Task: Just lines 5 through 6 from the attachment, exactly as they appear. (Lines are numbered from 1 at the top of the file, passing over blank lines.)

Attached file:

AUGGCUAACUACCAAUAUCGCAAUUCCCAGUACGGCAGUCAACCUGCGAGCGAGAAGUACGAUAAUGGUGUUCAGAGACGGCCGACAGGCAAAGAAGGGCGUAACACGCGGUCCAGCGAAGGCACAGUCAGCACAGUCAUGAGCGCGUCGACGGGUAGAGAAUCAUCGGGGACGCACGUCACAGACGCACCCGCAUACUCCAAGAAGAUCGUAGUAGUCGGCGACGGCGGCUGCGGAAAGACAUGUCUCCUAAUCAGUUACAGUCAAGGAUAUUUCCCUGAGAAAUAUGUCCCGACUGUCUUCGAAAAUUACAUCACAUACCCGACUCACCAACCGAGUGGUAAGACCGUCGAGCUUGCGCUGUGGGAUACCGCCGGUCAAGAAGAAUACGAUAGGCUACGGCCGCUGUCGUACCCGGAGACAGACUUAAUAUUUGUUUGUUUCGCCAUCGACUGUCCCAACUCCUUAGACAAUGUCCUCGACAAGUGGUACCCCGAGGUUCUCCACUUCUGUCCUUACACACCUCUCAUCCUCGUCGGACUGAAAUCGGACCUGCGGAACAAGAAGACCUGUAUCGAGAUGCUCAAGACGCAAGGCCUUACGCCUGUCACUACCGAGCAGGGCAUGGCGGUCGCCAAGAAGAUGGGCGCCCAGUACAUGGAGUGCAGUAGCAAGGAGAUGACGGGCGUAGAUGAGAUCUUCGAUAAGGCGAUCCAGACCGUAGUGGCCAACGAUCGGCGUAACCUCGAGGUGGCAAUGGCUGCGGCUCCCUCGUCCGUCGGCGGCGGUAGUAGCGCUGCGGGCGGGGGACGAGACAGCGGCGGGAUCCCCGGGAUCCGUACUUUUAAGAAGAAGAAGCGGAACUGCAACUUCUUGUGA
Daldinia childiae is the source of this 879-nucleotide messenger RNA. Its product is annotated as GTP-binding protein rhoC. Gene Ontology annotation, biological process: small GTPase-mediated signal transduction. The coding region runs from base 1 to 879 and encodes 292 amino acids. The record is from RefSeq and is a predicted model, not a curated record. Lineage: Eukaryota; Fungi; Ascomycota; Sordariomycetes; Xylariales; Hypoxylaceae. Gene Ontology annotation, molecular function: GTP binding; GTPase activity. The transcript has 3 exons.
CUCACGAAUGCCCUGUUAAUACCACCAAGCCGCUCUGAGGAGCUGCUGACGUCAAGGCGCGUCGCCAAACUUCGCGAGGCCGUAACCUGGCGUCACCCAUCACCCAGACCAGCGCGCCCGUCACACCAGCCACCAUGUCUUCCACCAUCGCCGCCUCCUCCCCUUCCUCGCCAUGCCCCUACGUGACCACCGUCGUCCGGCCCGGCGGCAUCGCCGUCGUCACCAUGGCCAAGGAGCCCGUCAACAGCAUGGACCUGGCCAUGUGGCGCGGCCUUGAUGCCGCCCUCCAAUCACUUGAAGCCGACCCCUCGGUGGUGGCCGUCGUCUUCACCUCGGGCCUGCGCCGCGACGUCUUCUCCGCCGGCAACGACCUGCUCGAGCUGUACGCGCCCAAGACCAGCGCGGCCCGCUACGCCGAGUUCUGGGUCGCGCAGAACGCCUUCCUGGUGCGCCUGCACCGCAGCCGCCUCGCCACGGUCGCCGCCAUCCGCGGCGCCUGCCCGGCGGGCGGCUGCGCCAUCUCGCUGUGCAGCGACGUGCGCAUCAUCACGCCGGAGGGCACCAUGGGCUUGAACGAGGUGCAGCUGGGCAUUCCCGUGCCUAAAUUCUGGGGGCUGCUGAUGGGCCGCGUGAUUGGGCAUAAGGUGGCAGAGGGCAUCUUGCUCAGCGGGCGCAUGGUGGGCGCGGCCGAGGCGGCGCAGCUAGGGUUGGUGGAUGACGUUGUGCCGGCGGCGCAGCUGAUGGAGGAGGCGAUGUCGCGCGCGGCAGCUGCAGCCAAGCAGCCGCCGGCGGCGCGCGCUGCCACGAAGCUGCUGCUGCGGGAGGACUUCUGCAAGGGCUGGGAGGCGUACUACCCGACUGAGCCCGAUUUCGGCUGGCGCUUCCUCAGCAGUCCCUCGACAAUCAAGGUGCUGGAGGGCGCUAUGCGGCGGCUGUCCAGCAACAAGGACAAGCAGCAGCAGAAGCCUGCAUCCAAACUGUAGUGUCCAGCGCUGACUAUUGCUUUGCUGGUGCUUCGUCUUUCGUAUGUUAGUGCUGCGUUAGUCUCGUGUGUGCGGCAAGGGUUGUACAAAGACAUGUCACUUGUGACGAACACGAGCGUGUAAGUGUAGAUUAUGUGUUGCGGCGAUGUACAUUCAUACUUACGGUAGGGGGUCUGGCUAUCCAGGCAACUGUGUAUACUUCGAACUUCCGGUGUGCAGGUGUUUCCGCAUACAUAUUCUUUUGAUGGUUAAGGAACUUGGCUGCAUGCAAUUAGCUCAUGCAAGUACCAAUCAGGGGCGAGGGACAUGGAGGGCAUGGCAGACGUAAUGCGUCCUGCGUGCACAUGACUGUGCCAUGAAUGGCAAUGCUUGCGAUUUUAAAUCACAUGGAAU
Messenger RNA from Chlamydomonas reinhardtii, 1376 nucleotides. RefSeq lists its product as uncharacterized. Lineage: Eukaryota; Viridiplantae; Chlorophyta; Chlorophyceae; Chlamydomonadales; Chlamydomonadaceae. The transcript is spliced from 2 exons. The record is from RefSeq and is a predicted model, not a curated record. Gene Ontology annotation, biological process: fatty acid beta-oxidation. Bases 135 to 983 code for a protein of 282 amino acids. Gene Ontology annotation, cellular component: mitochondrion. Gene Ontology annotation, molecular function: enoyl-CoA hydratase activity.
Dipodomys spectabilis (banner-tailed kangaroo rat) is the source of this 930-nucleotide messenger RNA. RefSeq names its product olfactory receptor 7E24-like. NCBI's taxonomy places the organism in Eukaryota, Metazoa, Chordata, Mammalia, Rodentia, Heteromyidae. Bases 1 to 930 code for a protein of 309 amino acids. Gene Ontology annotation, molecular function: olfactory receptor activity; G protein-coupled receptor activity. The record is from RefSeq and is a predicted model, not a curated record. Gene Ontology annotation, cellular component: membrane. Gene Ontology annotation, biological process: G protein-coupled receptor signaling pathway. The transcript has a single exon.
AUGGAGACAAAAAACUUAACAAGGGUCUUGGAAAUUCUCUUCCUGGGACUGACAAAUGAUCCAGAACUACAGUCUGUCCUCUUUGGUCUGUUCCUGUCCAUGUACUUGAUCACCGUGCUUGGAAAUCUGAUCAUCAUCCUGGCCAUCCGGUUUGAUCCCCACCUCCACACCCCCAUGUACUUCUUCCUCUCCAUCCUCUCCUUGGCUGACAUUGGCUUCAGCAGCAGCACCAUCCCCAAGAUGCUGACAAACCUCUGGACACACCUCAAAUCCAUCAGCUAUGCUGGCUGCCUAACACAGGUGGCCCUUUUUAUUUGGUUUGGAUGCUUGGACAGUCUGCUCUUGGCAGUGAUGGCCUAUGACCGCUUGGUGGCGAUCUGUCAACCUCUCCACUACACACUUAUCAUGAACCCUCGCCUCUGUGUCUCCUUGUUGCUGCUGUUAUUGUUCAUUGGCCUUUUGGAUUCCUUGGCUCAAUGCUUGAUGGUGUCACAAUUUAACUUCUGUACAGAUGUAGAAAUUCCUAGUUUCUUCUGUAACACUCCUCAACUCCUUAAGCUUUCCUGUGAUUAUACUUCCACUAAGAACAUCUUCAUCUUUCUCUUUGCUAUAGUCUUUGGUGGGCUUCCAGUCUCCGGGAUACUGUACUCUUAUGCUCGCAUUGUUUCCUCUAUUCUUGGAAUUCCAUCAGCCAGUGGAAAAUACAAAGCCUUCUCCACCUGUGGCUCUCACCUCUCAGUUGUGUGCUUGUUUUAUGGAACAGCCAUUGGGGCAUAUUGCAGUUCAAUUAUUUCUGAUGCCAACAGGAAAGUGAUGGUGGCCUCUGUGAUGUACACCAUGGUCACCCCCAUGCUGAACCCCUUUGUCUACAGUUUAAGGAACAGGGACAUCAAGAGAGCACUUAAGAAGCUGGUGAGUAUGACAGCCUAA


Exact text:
Dipodomys spectabilis (banner-tailed kangaroo rat) is the source of this 930-nucleotide messenger RNA. RefSeq names its product olfactory receptor 7E24-like. NCBI's taxonomy places the organism in Eukaryota, Metazoa, Chordata, Mammalia, Rodentia, Heteromyidae. Bases 1 to 930 code for a protein of 309 amino acids. Gene Ontology annotation, molecular function: olfactory receptor activity; G protein-coupled receptor activity. The record is from RefSeq and is a predicted model, not a curated record. Gene Ontology annotation, cellular component: membrane. Gene Ontology annotation, biological process: G protein-coupled receptor signaling pathway. The transcript has a single exon.
AUGGAGACAAAAAACUUAACAAGGGUCUUGGAAAUUCUCUUCCUGGGACUGACAAAUGAUCCAGAACUACAGUCUGUCCUCUUUGGUCUGUUCCUGUCCAUGUACUUGAUCACCGUGCUUGGAAAUCUGAUCAUCAUCCUGGCCAUCCGGUUUGAUCCCCACCUCCACACCCCCAUGUACUUCUUCCUCUCCAUCCUCUCCUUGGCUGACAUUGGCUUCAGCAGCAGCACCAUCCCCAAGAUGCUGACAAACCUCUGGACACACCUCAAAUCCAUCAGCUAUGCUGGCUGCCUAACACAGGUGGCCCUUUUUAUUUGGUUUGGAUGCUUGGACAGUCUGCUCUUGGCAGUGAUGGCCUAUGACCGCUUGGUGGCGAUCUGUCAACCUCUCCACUACACACUUAUCAUGAACCCUCGCCUCUGUGUCUCCUUGUUGCUGCUGUUAUUGUUCAUUGGCCUUUUGGAUUCCUUGGCUCAAUGCUUGAUGGUGUCACAAUUUAACUUCUGUACAGAUGUAGAAAUUCCUAGUUUCUUCUGUAACACUCCUCAACUCCUUAAGCUUUCCUGUGAUUAUACUUCCACUAAGAACAUCUUCAUCUUUCUCUUUGCUAUAGUCUUUGGUGGGCUUCCAGUCUCCGGGAUACUGUACUCUUAUGCUCGCAUUGUUUCCUCUAUUCUUGGAAUUCCAUCAGCCAGUGGAAAAUACAAAGCCUUCUCCACCUGUGGCUCUCACCUCUCAGUUGUGUGCUUGUUUUAUGGAACAGCCAUUGGGGCAUAUUGCAGUUCAAUUAUUUCUGAUGCCAACAGGAAAGUGAUGGUGGCCUCUGUGAUGUACACCAUGGUCACCCCCAUGCUGAACCCCUUUGUCUACAGUUUAAGGAACAGGGACAUCAAGAGAGCACUUAAGAAGCUGGUGAGUAUGACAGCCUAA